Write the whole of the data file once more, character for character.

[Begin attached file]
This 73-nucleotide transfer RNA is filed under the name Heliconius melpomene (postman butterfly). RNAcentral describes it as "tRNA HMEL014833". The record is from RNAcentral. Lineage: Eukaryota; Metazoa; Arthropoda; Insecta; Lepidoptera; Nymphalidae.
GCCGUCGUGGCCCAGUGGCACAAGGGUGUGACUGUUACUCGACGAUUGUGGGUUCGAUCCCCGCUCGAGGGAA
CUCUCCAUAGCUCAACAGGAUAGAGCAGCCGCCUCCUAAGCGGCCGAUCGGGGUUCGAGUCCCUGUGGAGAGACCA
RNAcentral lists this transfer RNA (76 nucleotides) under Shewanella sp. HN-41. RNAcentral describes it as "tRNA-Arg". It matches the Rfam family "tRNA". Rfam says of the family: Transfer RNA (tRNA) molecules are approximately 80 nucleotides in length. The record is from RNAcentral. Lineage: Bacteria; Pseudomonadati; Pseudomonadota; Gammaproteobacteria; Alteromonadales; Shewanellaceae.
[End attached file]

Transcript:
This 73-nucleotide transfer RNA is filed under the name Heliconius melpomene (postman butterfly). RNAcentral describes it as "tRNA HMEL014833". The record is from RNAcentral. Lineage: Eukaryota; Metazoa; Arthropoda; Insecta; Lepidoptera; Nymphalidae.
GCCGUCGUGGCCCAGUGGCACAAGGGUGUGACUGUUACUCGACGAUUGUGGGUUCGAUCCCCGCUCGAGGGAA
CUCUCCAUAGCUCAACAGGAUAGAGCAGCCGCCUCCUAAGCGGCCGAUCGGGGUUCGAGUCCCUGUGGAGAGACCA
RNAcentral lists this transfer RNA (76 nucleotides) under Shewanella sp. HN-41. RNAcentral describes it as "tRNA-Arg". It matches the Rfam family "tRNA". Rfam says of the family: Transfer RNA (tRNA) molecules are approximately 80 nucleotides in length. The record is from RNAcentral. Lineage: Bacteria; Pseudomonadati; Pseudomonadota; Gammaproteobacteria; Alteromonadales; Shewanellaceae.